Graphic designer Jurriaan Schrofer died pretty much at the very moment the computer made its entrance in the daily practice of his profession. Until then, design had been largely drawing and the designer principally a draughtsman. The activity of drawing gave the design process a physical, craft aspect that is lacking in the creation of drawings on a computer. After the appearance last year of a comprehensive monograph on Schrofer, the idea was conceived of dedicating a separate publication to his sketch drawings, countless numbers of which remain in his estate.
These drawings have now been turned into an A4 sketch pad, which by way of Swiss binding has been cast easily into the form of a book. Members of the shadow panel wondered if it was really appropriate for an initial phase in the design process to be presented in such abundance.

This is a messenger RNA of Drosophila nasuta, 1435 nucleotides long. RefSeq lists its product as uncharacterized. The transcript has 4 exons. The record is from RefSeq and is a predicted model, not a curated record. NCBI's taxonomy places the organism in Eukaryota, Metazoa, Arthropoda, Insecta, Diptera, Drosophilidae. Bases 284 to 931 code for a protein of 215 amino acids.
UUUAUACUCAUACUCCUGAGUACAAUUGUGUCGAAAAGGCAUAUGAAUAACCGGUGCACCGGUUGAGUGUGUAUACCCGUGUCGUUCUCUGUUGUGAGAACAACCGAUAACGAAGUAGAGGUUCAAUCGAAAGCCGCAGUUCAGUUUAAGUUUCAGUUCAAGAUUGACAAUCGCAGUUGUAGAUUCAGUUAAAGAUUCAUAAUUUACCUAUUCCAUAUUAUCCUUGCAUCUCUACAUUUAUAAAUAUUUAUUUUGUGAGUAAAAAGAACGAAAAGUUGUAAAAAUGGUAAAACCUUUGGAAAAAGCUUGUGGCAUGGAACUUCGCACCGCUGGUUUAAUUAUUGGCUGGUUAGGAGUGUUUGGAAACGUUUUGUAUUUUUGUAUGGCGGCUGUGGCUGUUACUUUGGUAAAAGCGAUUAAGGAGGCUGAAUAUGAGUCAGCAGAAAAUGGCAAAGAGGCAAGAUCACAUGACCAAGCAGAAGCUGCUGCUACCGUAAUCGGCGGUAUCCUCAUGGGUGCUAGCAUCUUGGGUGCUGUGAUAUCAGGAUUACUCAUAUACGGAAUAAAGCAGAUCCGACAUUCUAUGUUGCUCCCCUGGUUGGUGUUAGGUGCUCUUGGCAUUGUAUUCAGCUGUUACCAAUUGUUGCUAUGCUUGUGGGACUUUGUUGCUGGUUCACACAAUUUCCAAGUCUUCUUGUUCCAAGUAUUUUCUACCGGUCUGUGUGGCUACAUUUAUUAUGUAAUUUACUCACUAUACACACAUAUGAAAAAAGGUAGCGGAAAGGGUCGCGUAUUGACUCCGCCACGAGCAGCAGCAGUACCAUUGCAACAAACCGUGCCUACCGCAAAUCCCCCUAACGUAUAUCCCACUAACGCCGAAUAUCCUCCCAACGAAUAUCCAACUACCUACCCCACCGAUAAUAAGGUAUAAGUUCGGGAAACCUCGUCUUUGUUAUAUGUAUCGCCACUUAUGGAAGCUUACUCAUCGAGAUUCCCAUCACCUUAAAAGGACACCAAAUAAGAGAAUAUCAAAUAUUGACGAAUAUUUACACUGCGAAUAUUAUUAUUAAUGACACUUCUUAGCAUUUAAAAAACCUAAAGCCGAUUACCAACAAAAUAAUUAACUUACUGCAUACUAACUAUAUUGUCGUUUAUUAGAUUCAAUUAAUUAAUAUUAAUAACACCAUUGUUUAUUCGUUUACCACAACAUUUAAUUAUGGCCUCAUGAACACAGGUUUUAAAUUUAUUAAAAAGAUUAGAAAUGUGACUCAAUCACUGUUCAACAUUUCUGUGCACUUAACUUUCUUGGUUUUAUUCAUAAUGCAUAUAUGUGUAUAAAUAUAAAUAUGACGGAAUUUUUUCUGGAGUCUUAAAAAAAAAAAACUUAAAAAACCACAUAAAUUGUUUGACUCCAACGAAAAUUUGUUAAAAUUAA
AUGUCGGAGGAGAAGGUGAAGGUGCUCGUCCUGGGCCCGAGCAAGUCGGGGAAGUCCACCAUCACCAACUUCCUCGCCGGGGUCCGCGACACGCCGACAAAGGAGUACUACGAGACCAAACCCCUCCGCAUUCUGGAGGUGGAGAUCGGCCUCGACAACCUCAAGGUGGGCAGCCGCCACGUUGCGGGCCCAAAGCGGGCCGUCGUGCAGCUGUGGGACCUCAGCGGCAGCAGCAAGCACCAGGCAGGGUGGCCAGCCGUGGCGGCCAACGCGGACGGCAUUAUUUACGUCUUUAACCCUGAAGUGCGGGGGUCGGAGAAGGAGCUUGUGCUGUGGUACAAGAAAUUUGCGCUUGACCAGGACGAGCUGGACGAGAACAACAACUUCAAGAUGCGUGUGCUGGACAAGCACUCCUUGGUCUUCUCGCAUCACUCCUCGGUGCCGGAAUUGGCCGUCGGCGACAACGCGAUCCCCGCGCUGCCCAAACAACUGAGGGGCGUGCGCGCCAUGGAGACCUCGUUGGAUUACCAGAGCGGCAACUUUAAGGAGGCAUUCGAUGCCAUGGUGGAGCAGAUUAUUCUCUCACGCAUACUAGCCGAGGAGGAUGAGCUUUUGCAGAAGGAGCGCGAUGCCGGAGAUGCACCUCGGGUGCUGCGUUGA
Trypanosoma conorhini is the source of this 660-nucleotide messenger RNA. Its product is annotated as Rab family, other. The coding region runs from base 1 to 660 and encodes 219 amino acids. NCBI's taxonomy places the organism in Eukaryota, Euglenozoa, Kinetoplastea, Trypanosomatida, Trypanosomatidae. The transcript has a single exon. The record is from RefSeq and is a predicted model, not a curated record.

In the end the matter was decided in the affirmative. In the first place the feeling was that it was precisely thanks to the numbers of examples that, browsing through the book, one was swept into the concentration – the flow – that must once have held the designer in its grip. Second, by displaying such a varied wealth of paper surfaces, drawing styles and drawing instruments, the book documents the design process in the years of analogue make-up for offset printing. And finally the result is also, on occasion, unashamedly beautiful – partly because the book’s designer bent the chronological order to his own direction. In so doing he has also applied to the original material only four reproduction ratios, which are indicated by coloured bullets before the captions. His role has clearly been cast in the spirit of Schrofer, who also liked to see himself as a director.